The Couloir to Nowhere — Page 5
- Iron Mountain
- San Antonio Ridge
- Tense Negotiations
- Heaton Flat
- Allison Saddle
- The South Ridge
- In the Zone
- The Final 2K
- The North Ridge
- Couloir to Nowhere
- Once Again, in Reverse
I am sitting beneath a shady tree at the Heaton Flat parking lot, elevation 2000', staring at my skis and heavy pack, waiting for Dave and his friend Lou Bartlett to arrive.
With a San Antonio Ridge ski traverse having proven unfeasible, this is the last desperate option to ski Iron Mountain: the Heaton Flat Approach, starting low and deep within the East Fork of the San Gabriel River drainage. The day is hot and Dave is running late.
I'm not really sure at this point whether or not I actually want Dave to show.
Strapping skis to my back and hiking anywhere from here seems like a really, really bad idea.
Truth be told, I'd be perfectly happy to toss my skis, pack, and gear back into my trunk right now and get the hell out of here.
But no—there's Dave driving up now. Looks like this is really going to happen.
I feel fairly confident in guessing no one has ever carried skis all the way up the south ridge from Heaton Flat. Maybe in some stupendous snow year long ago, someone else might have tried it. But even that seems unlikely.
We greet each other, and I'm introduced to Lou, who is one of Dave's long-time climbing and skiing partners—no doubt tough as nails.
Dave and I engage in a short but spirited discussion regarding whether or not we should carry skins.
I don't think there's any possibility we'll end up using them, and I'm loathe to carry any unnecessary weight. Dave feels otherwise. Lou casts the deciding vote: we take the skins. I still don't think there's any chance we'll use them, but I acquiesce.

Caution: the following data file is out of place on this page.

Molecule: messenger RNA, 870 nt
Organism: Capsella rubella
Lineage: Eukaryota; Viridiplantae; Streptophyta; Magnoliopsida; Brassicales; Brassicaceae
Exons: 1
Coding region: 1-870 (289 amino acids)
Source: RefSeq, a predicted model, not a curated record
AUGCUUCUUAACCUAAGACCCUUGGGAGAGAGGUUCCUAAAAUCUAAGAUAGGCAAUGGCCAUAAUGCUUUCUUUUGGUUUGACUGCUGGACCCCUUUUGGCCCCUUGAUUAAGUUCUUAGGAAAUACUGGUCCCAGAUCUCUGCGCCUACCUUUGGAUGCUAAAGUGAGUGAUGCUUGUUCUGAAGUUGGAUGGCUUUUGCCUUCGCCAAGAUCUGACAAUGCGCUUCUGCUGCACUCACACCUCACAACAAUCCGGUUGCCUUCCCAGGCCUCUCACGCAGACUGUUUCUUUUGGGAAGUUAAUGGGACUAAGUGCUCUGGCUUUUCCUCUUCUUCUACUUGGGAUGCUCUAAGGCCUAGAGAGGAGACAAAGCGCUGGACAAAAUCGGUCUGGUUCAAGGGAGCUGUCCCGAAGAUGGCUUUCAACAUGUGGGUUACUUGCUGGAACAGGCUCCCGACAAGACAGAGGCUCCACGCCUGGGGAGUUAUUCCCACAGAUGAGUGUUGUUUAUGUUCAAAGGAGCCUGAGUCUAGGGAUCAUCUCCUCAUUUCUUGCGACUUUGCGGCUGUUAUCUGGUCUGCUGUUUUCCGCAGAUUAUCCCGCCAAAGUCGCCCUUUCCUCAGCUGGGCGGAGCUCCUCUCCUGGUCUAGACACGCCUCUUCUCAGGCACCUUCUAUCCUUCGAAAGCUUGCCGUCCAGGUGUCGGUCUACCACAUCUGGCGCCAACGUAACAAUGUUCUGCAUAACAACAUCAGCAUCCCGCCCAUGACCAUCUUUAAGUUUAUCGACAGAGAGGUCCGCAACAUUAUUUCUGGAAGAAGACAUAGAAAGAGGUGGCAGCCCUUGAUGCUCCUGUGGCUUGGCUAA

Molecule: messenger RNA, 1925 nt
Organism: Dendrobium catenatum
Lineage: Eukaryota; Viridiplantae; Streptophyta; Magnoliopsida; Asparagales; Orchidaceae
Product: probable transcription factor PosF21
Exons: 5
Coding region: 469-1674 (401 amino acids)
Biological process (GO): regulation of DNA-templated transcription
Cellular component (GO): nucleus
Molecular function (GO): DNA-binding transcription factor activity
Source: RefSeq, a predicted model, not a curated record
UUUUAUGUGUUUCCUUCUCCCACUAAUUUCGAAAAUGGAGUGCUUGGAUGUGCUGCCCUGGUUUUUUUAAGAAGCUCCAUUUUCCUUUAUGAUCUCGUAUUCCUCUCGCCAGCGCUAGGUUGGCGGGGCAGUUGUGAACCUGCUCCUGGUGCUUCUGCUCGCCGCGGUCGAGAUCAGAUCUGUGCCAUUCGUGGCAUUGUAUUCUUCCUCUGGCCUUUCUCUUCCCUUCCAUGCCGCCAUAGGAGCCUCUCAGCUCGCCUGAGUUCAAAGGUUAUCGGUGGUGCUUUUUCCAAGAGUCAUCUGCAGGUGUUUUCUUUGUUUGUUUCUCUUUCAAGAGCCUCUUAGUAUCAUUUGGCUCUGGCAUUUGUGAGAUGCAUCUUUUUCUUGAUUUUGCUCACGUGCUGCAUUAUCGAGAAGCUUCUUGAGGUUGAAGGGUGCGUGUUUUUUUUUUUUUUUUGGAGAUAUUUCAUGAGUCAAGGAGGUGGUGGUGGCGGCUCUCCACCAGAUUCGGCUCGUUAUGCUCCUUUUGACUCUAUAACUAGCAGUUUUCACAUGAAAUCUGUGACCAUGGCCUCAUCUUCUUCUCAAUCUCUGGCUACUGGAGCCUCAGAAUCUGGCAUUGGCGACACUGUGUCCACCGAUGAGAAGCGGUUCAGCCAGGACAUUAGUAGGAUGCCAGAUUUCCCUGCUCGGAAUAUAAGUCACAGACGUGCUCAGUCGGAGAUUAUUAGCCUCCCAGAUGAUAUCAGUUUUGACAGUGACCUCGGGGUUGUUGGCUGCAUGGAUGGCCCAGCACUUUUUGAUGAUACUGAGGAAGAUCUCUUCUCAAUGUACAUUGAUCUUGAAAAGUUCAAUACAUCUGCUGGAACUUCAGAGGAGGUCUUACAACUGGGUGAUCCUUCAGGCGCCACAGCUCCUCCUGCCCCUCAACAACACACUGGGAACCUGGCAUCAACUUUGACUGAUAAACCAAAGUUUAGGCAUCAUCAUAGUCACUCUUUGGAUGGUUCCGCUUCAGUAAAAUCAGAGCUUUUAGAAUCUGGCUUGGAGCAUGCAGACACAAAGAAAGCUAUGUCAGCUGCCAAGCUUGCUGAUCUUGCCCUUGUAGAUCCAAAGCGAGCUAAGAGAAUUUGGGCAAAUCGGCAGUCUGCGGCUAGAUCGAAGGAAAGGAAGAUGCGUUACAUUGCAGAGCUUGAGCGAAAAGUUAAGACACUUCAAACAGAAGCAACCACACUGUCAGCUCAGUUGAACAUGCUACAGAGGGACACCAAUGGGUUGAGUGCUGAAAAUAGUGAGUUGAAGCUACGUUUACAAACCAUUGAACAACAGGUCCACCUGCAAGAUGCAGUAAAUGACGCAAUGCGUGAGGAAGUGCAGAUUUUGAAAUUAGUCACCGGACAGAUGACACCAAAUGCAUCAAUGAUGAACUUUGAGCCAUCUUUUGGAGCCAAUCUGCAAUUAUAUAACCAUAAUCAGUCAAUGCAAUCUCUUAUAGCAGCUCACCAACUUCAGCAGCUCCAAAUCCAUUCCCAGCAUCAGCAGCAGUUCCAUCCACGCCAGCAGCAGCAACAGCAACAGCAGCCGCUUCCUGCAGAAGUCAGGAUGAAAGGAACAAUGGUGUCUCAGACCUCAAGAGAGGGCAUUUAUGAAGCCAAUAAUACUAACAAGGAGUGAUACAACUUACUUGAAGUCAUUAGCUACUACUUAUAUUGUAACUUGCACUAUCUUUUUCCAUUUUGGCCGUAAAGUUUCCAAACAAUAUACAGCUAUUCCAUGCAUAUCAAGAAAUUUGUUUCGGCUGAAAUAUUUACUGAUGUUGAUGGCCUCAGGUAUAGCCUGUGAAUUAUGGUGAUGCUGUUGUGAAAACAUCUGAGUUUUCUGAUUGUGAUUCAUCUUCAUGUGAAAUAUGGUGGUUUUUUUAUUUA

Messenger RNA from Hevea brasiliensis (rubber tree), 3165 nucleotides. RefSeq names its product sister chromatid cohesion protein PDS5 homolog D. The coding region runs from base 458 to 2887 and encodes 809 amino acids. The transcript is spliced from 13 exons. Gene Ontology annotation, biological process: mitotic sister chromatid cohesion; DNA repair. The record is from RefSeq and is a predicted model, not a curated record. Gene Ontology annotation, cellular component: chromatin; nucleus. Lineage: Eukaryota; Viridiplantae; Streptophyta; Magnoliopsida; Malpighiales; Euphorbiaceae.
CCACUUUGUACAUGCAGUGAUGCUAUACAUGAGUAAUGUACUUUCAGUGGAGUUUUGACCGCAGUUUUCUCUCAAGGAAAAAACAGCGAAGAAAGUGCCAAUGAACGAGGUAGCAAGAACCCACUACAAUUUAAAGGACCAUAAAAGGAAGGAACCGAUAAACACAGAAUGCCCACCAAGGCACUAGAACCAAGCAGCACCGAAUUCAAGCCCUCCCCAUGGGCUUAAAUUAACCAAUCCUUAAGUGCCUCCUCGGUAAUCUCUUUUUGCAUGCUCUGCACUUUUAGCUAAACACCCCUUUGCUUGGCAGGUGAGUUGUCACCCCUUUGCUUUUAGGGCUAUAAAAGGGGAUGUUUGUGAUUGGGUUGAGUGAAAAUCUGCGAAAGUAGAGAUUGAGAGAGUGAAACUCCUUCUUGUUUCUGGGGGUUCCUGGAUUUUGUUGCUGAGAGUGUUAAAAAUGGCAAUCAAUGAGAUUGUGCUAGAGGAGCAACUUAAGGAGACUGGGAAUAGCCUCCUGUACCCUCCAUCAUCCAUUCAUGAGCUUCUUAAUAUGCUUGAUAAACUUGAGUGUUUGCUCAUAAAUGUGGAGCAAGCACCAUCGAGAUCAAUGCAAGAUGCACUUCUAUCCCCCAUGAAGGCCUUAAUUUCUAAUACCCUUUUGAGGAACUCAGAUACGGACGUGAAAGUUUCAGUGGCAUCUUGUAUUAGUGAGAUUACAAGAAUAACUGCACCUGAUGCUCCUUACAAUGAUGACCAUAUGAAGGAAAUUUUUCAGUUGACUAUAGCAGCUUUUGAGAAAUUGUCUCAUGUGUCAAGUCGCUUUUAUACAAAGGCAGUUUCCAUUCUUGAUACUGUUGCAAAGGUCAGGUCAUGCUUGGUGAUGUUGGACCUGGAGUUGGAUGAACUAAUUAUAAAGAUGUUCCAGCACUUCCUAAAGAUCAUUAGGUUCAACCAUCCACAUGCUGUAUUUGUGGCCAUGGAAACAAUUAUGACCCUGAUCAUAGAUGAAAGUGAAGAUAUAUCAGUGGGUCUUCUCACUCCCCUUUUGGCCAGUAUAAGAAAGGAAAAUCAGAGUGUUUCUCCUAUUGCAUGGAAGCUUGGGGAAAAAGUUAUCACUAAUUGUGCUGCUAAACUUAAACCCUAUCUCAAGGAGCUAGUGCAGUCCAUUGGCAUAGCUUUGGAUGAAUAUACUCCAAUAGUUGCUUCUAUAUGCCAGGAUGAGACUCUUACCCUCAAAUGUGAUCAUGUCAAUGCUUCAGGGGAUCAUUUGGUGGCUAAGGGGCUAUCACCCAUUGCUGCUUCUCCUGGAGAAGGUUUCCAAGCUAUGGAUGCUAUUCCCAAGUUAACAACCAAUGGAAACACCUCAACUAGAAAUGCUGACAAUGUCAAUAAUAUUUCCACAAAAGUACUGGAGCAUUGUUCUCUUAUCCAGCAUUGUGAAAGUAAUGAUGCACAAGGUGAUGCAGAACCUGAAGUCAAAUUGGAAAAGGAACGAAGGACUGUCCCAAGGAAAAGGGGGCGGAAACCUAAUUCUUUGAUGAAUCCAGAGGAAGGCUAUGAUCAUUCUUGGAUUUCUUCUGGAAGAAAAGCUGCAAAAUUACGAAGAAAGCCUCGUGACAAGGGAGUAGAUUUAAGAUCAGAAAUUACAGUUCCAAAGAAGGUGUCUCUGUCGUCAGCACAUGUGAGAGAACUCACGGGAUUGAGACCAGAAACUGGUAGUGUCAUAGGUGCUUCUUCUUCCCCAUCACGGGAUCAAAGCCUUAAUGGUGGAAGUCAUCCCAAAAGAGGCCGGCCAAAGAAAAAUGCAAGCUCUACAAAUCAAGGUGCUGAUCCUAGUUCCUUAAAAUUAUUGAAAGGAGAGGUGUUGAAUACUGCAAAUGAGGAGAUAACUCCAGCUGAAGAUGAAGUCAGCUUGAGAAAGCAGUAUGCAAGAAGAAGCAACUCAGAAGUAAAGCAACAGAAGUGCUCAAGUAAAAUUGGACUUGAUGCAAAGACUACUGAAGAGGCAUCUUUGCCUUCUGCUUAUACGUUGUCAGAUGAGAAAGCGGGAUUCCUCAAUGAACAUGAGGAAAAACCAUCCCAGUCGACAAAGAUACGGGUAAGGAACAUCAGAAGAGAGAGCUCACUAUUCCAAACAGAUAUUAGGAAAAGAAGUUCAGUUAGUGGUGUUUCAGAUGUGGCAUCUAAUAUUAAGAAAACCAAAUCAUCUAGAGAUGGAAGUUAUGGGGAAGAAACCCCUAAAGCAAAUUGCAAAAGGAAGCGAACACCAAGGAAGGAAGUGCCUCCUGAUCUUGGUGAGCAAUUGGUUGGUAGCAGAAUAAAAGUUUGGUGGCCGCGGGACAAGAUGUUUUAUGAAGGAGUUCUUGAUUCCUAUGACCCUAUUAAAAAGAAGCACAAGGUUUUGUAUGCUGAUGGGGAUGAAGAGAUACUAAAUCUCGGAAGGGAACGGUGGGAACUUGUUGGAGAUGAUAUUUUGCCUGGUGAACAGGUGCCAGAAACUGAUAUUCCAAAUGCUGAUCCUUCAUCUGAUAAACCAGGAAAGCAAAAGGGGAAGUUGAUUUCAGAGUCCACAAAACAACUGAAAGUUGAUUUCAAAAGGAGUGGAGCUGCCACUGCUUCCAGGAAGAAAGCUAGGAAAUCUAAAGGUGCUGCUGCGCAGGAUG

It's time: on go those heavy packs, skins included. We leave the paved Heaton Flat parking lot and put our boots to the trail. The awful preflight dread is over now, at least. Now there is only Iron Mountain's massive 7200' vertical to be gained—though I'm trying desperately to ignore that number. Of course we draw stares from the other hikers out and about on this sunny Saturday afternoon.
As we pass we get a steady flow of questions, most of them centered around just what the heck we think we're doing today. We're making a documentary about crazy people, I think to myself. And I'm the lead. But the casual hikers and their questions soon diminish as we get farther from the trailhead. Our pace is probably a bit too fast given the heat. Soon, we're all slicked with sweat, and I begin wondering if the three liters of water I'm carrying is going to be enough to get me to the snow—wherever that is.
I find Iron Mountain's vast vertical distances wholly deceptive. Heaton Flat Trail climbs steeply right from the start, and we've soon gained a solid thousand vertical feet. It's possible, looking at Iron's south ridge ahead, to think we're nearing the summit, but in reality we're still just scratching around the lowlands here. There is so much more work ahead.